GARRETT MCDONOUGH

CLOSE ENCOUNTERS OF THE METAFICTIONAL KIND

WHY I INSULTED BRET EASTON ELLIS AND WHY IT’S HIS FAULT

DISCUSSED: Stuffed Animals in Sexual Positions, A Decent Chance of Nudity, Drug-Addled European Sex Odysseys, Designer Menswear, Minnesotan Theater People, The Albino Johnny Cash, Quasi-Gay Literati, Cool Ranch Doritos, Emo-Brit Fans, Stained Undershirts, The Jayster

I first heard of Bret Easton Ellis my sophomore year in college, when I wrote a story in which a woman’s nipples were hooked up to a car battery and my professor said, “Isn’t this a scene from American Psycho?” Months later, I skipped my Monday classes to walk in the rain, thinking it would inspire me to write the short story that was due before Thursday. Hours later I was shivering so dramatically that I ducked into the Loews theater near Union Square and used my parents’ credit card to buy a ticket to the first non-animated show, one which starred the pumpkin-headed eponymous manchild of Dawson’s Creek and the now-frighteningly-butch-but-still-curvingly-caliente ingenue from 7th Heaven. This was a time in my life when I had a hatred of all things sentimental, which meant I felt a special abhorrence for the now-deceased WB, the network that had given these stars their original icky twinkle, but the poster consisted of a chart of stuffed animals in various sexual positions and I figured there was a decent chance of nudity.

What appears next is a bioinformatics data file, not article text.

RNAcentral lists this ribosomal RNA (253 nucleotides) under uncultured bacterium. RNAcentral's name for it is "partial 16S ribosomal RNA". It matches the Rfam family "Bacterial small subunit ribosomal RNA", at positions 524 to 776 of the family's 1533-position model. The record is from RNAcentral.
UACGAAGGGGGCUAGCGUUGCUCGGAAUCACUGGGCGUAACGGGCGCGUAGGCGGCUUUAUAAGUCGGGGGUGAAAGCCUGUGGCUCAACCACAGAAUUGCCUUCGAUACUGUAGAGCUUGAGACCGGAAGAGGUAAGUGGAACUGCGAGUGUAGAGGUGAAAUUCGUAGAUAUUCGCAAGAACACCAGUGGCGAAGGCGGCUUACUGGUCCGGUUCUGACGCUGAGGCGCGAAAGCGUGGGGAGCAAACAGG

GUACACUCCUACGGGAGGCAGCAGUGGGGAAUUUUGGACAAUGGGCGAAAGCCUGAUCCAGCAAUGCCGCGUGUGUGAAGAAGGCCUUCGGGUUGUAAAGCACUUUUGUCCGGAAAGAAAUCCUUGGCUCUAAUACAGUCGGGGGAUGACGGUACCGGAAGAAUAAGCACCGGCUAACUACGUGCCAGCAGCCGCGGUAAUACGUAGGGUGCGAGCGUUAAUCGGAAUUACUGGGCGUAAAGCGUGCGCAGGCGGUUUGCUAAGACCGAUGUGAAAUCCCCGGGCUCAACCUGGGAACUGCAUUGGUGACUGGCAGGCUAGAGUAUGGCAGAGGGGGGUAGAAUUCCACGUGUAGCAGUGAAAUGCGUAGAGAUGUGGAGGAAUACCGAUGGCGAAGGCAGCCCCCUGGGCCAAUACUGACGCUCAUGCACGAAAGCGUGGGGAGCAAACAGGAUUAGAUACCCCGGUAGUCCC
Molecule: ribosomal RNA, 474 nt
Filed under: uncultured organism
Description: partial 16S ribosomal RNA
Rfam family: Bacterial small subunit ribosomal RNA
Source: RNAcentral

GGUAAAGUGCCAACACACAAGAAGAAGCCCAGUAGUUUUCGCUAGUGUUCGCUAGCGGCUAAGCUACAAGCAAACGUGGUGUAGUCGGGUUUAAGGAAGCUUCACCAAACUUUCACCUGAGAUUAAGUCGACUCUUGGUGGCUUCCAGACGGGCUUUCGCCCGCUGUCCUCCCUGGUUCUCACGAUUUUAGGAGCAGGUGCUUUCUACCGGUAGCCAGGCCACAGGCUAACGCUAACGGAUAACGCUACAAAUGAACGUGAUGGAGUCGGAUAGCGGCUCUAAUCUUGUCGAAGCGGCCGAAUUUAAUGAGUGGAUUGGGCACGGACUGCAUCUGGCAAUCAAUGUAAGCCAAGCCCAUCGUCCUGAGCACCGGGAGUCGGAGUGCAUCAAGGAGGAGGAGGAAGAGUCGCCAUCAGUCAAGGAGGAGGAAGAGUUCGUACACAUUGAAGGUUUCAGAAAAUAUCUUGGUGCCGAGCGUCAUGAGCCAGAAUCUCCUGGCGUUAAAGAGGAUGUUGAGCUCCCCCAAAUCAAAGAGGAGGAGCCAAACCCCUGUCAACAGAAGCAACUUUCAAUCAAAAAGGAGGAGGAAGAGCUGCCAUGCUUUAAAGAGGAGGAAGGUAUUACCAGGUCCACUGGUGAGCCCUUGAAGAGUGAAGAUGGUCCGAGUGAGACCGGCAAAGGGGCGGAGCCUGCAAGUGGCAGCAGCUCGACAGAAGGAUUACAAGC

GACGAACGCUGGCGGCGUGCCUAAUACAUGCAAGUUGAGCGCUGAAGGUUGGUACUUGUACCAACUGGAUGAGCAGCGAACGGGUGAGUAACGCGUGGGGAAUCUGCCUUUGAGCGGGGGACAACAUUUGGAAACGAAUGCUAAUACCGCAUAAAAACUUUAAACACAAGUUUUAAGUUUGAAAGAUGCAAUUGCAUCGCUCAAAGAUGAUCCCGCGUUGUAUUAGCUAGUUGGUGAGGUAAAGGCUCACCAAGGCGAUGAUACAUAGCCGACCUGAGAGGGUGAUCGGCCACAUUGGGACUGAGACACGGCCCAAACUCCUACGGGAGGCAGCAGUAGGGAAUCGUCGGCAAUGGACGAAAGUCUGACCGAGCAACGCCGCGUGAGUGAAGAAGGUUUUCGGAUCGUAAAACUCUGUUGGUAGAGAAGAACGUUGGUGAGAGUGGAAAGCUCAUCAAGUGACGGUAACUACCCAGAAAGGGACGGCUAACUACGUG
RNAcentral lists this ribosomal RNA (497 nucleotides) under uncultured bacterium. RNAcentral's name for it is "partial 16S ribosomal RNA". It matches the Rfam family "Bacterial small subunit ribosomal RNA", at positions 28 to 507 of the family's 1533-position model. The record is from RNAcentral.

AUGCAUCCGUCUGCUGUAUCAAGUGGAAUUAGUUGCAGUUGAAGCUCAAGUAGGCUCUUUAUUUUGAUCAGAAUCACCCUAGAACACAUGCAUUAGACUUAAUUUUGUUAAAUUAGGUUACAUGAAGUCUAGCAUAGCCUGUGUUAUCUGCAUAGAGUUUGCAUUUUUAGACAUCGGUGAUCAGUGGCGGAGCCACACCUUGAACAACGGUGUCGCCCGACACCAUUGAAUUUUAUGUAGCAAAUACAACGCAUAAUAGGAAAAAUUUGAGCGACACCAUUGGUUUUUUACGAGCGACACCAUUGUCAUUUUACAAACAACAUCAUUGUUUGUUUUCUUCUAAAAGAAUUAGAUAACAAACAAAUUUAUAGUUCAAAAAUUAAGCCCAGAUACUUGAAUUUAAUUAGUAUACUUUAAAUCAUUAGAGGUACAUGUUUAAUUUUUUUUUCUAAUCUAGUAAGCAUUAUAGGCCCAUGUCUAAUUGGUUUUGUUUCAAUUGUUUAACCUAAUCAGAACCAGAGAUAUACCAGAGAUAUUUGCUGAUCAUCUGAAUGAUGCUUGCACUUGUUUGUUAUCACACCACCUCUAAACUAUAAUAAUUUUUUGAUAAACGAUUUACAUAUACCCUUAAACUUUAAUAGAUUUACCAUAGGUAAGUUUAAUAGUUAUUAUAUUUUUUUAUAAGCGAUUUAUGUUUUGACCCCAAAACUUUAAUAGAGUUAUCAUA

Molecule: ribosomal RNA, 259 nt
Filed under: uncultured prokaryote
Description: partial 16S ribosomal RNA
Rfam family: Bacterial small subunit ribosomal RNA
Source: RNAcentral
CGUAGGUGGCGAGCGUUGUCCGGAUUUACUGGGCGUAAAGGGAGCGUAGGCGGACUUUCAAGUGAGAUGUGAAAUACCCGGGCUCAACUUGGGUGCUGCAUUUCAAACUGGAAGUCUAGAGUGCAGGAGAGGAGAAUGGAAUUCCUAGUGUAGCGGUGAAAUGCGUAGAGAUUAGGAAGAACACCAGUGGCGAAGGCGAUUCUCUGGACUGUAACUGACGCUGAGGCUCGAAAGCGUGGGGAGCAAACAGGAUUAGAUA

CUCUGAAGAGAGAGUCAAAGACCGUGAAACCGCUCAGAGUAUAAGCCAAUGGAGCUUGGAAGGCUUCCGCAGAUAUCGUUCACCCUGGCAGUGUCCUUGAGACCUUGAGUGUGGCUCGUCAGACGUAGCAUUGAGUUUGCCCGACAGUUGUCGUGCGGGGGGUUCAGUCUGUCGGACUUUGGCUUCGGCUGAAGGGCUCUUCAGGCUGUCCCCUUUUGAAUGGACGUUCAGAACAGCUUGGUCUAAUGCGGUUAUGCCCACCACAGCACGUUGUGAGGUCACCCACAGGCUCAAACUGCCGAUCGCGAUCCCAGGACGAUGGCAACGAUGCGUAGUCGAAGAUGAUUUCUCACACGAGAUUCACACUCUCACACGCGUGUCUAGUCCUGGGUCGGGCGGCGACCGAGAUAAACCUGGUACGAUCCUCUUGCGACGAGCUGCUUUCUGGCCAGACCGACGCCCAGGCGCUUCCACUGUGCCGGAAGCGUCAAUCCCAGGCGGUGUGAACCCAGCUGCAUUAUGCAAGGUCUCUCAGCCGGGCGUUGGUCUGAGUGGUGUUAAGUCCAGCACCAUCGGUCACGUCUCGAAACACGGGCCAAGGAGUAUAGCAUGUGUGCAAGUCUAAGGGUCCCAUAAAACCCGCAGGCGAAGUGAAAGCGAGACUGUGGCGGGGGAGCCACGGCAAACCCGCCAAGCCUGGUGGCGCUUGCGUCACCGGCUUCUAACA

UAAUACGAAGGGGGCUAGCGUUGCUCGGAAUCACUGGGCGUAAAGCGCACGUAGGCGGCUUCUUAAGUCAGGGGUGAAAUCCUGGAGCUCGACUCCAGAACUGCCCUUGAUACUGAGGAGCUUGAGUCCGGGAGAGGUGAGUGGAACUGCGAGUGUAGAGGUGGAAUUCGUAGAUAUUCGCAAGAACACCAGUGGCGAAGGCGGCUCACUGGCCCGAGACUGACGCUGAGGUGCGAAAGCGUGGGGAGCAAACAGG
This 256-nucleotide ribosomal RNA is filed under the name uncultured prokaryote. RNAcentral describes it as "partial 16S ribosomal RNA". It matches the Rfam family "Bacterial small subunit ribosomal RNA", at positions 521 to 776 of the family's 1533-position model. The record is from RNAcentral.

The movie, The Rules of Attraction, was about college students doing pretty much what I aspired to do every weekend (sex, drugs, a character that cryptically says “rock and roll” in response to any inquiry) in a way that was unequivocally repulsive, but, moreover, sad. In the final few minutes of the movie, each main character has an exchange that essentially goes:

WEAK, PATHETIC CHARACTER: I just want to know you.

POWERFUL BUT EQUALLY PATHETIC CHARACTER: No one will ever know anyone.

Aesthetically, the movie was off the reservation—several narrators, the same scene acted out from different perspectives, sequences literally rewound on screen, and a twenty-minute monologue describing one character’s drug-addled European sex odyssey. (I think the phrase “drug-addled European sex odyssey” may actually be spoken, and by several characters.) I couldn’t say I enjoyed the movie that first time I saw it, but its moral chill stuck with me, and prompted me to buy the movie tie-in book and read it on a median bench on Broadway in one afternoon. Then I read Less Than Zero, American Psycho, The Informers, and Glamorama that same week.

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Garrett McDonough is a writer living in New York City, and is working on a novel about the paparazzi. He once forced his girlfriend to name her purebred cat Patrick Bateman.

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